Happy Birthday, Curiosity!

It's hard to believe that it was just one year ago that I sat, like millions of others, gripped by the coverage of Curiosity's harrowing descent to the Martian surface.   But, it's true - the Mars Science Laboratory has now spent one Earth year roving the surface of the red planet.  That's only half of its planned mission duration of one Martian year, but it has already been quite the successful mission.

The Mars Science Laboratory has now spent one year roving the red planet.  (Image credit: NASA)

The Mars Science Laboratory has now spent one year roving the red planet.  (Image credit: NASA)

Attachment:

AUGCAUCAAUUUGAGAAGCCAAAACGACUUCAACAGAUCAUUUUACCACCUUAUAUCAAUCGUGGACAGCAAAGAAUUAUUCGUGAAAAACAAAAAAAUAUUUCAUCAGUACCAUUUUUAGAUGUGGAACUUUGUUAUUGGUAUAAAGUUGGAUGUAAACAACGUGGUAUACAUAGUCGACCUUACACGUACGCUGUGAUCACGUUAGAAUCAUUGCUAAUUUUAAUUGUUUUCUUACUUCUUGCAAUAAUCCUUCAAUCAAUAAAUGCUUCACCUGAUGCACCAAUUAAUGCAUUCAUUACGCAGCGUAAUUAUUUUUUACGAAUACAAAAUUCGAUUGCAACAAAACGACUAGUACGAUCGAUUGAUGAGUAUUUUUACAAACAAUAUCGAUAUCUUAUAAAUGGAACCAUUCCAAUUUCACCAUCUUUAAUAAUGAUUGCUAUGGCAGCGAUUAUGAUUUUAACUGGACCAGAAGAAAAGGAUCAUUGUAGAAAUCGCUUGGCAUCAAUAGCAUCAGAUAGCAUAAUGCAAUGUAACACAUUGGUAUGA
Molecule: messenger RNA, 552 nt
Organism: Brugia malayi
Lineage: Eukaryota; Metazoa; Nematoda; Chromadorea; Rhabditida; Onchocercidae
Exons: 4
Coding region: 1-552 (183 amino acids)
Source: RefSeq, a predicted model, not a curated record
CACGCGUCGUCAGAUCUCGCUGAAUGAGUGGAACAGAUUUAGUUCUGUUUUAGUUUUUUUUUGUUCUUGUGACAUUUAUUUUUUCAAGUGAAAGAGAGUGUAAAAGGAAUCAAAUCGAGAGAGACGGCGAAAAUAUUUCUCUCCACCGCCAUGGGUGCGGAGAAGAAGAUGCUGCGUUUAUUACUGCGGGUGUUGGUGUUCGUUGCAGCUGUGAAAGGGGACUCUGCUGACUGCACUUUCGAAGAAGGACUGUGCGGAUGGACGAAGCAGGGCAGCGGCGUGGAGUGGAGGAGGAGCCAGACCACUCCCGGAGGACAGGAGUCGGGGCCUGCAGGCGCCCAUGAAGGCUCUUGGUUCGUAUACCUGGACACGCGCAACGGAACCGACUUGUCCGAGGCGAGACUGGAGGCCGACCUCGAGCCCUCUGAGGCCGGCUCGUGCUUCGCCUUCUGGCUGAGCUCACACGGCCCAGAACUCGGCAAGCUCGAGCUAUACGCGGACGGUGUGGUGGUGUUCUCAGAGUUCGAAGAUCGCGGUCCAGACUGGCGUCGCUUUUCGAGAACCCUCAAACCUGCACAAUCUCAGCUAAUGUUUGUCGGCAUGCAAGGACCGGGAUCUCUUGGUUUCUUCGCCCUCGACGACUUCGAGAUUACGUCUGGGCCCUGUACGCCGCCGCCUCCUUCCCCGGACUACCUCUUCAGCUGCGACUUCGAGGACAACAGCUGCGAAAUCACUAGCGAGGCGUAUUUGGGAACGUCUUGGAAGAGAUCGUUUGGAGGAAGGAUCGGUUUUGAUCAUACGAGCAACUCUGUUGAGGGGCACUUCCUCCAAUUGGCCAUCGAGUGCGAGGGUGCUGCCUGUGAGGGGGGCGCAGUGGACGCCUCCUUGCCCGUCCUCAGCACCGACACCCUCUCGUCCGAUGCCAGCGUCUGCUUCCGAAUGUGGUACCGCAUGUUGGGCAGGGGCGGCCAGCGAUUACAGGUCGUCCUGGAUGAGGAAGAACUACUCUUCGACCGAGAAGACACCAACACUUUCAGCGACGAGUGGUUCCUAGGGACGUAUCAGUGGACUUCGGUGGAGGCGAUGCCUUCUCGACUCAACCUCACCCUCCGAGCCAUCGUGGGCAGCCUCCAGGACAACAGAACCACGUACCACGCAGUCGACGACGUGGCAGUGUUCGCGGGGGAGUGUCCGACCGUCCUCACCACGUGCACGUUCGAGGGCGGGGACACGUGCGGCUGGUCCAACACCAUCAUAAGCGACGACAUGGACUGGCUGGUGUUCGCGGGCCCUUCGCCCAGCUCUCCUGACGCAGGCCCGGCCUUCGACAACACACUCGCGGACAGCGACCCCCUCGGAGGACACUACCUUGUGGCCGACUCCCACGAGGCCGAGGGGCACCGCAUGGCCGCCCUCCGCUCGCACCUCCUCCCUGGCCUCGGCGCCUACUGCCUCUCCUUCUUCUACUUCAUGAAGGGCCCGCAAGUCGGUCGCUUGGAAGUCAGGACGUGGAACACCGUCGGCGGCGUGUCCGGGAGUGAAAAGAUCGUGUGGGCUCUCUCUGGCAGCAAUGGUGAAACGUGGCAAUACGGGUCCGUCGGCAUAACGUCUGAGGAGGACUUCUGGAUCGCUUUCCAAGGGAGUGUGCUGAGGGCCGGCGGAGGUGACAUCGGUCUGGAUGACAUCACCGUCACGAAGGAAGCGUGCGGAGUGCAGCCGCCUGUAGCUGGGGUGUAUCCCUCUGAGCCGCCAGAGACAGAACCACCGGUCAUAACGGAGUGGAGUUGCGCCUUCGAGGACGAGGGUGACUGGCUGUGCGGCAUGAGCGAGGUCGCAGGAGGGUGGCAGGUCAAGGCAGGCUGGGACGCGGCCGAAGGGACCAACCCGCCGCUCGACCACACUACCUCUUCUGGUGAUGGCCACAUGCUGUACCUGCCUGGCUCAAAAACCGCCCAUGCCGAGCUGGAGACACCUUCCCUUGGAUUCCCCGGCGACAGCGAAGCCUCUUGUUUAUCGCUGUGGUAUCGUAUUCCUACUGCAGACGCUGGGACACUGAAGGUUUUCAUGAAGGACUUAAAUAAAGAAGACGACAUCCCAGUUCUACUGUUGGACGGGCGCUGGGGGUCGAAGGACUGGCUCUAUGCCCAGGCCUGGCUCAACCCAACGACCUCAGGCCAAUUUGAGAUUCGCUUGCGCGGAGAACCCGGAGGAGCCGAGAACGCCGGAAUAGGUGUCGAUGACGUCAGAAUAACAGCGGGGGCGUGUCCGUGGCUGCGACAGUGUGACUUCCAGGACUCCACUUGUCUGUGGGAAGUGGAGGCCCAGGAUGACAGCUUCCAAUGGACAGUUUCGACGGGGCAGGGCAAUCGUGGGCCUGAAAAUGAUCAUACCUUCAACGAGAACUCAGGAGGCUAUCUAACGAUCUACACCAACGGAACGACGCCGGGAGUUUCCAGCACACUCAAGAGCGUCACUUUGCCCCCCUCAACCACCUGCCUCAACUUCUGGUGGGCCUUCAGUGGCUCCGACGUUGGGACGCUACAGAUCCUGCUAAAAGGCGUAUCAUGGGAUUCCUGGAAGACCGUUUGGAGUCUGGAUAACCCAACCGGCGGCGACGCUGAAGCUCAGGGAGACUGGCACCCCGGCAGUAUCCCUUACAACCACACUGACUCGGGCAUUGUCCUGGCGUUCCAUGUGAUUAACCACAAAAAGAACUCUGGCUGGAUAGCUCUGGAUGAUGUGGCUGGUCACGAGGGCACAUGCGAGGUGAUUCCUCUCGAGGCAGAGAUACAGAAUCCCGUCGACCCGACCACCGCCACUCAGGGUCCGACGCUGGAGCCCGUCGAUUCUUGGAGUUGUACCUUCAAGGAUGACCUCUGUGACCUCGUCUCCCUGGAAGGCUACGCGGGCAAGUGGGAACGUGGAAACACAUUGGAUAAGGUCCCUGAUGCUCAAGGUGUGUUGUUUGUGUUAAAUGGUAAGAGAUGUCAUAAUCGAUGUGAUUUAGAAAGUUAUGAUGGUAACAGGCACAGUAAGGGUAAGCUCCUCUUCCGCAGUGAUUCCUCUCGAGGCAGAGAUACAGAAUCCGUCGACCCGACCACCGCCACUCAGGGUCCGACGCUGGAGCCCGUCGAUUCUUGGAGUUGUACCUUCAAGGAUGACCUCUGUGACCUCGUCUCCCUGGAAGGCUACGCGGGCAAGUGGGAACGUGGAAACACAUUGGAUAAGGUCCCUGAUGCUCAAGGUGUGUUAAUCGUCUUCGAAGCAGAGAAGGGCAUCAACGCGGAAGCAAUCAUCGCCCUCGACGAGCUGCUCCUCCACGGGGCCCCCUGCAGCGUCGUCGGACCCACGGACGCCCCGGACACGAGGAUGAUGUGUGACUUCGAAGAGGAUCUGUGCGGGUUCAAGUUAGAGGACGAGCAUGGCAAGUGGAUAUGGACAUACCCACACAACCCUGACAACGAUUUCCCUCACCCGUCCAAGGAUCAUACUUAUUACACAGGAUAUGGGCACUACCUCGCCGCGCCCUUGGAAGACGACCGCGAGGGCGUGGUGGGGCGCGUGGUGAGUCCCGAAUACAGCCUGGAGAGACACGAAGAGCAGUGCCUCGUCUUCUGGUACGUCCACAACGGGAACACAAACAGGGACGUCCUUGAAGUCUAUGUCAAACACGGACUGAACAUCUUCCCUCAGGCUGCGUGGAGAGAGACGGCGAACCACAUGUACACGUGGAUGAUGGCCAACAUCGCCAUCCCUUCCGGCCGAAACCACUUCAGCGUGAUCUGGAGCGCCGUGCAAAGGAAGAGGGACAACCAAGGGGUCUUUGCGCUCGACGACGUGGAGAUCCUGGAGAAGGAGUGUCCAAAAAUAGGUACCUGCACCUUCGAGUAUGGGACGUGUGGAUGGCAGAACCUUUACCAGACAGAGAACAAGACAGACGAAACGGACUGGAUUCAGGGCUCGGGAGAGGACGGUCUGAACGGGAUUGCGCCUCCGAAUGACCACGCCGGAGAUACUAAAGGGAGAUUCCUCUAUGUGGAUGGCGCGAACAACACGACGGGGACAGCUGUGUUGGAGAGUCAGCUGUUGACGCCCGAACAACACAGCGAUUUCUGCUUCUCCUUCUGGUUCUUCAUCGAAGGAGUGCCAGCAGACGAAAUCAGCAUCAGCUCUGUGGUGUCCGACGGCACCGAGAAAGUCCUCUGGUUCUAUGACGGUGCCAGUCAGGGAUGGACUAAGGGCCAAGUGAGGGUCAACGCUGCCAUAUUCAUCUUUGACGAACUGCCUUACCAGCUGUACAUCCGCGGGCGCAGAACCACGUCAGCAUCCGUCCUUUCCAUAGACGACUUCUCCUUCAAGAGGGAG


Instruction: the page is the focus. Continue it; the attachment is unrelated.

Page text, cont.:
Its highly accurate instruments have allowed scientists to make more specific our notions of the planet's history.  Mars now seems like it could have been a warm, wet place in the past - one capable of sustaining at least the most basic forms of life.   Its trek towards a nearby mountain continues.  When it finally arrives, exposed layers of rock should allow Curiosity to delve even deeper into the history of Mars.

Curiosity may be one year old, but she has a long way to go to catch her older sister - the Opportunity rover, launched in 2003, has spent more than ten times as long studying the Martian surface.